Omer Ralph Lemire of Conway passed away Saturday, Aug. 22, 2009. He was born on March 30, 1915 in Sentinel Butte, N.D., on the edge of the North Dakota Badlands. He was the sixth of 12 children and was born in the family’s sod shack. Omer was a premature baby and immediately after his birth, he was placed in a size seven shoe box and then into a cast iron oven for warmth. 

He was preceded in death by his parents, George B. Lemier and Viva Parent Lemier; first wife Orentha Jackie Lemire and a son Eugene Lemire.

He was a member of St. Josephs Catholic Church, Life Member of VFW Post No. 7163 and DAV No. 10.  

He is survived by his wife, Freda Hensley Lee Lemire; son George I. Lemire of California; grandchildren, Julie Lemire, David Lemire, Daniel Lemire, Alona Whalen; seven great-grandchildren; step-sons, Dale Lee of Memphis, Tenn., Dennis Lee of California. 

Mass of Christian Burial will be 11 a.m. Wednesday at St. Joseph Catholic Church with the Rev. George Spangenberg, C.S. Sp. as celebrant. Burial will follow in Crestlawn Memorial Park.

A Wake will be 6 p.m. Tuesday with visitation to follow at Roller-McNutt Funeral Home, Conway.

Pallbearers will be Jimmy Bryant, Jack DuBose, Melvin Bailey, Joshua Leicht, Steve Hensley, Travis Hensley.

Honorary pallbearer will be Windell Hensley.

Omer served two separate stints in the U.S. Army, the first beginning in 1935 and ending with his discharge in 1938. His second period of service came during World War II. He was assigned to General George Patton’s Third Army and was a squad leader in Company B, 11th Combat Engineers. His outfit was responsible for building portable bridges over streams that exceeded 100 feet in width.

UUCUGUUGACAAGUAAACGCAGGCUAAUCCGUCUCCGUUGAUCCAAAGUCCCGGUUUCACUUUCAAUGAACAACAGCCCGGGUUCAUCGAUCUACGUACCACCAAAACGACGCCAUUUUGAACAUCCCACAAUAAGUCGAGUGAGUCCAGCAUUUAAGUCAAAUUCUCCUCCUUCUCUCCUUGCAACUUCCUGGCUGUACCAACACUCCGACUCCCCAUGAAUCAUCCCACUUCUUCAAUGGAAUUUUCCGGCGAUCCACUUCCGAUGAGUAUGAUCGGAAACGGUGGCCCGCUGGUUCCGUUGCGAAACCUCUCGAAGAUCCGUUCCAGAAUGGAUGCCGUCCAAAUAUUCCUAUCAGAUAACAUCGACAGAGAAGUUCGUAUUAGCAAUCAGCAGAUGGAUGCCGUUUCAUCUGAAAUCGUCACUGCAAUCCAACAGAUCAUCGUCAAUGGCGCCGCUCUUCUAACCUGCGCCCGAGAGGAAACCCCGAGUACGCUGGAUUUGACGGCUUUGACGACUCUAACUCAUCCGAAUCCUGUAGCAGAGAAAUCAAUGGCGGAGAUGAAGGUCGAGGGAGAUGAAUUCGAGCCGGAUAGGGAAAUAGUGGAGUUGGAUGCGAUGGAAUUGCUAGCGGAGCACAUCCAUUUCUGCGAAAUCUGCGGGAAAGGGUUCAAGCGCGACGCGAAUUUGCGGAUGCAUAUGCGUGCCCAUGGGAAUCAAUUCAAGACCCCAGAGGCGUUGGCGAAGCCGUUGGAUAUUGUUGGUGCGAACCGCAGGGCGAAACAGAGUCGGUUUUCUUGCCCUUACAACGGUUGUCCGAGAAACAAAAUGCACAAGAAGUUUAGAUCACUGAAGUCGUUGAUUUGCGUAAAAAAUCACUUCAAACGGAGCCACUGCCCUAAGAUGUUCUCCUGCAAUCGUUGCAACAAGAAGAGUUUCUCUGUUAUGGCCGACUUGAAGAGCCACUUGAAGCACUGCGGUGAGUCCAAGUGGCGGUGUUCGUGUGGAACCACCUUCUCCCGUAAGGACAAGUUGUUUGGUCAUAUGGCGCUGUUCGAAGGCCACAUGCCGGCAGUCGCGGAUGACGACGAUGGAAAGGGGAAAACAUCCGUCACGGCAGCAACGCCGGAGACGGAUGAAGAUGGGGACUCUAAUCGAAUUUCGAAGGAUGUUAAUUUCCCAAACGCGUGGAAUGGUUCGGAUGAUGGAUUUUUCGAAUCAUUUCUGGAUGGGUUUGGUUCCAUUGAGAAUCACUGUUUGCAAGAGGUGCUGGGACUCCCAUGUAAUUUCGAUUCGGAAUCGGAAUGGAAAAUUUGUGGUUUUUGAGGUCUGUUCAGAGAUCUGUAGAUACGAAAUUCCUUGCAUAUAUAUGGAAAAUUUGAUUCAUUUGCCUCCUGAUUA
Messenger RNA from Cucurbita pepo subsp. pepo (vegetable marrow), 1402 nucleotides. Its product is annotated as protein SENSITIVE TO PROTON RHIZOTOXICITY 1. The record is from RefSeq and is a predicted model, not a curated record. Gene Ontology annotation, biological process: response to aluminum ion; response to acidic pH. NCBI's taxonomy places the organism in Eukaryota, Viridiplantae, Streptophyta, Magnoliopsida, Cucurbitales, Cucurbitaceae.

The last bridge that Omer and his unit built was across a river tributary about 10 miles southwest of Dachau Concentration Camp. After the camp, had been liberated by Allied troops, General Eisenhower and General Patton encouraged U.S. troops to visit the Dachau camp.  Omer visited the camp and was overcome with grief and anger at what he saw.  Omer stated, "Across a fence we could see piles of what looked like bodies in stacks, like cords of wood about 5 feet high and 15 feet long. I was frustrated that we hadn’t gotten there soon enough to save the victims of this atrocity. I felt guilty."

After the war in Europe had ended, Omer returned to the United States and was awestruck upon seeing the Statue of Liberty as he entered New York Harbor. After disembarkation he knelt down and kissed the ground and said a thankful prayer to God for bringing him back home. 

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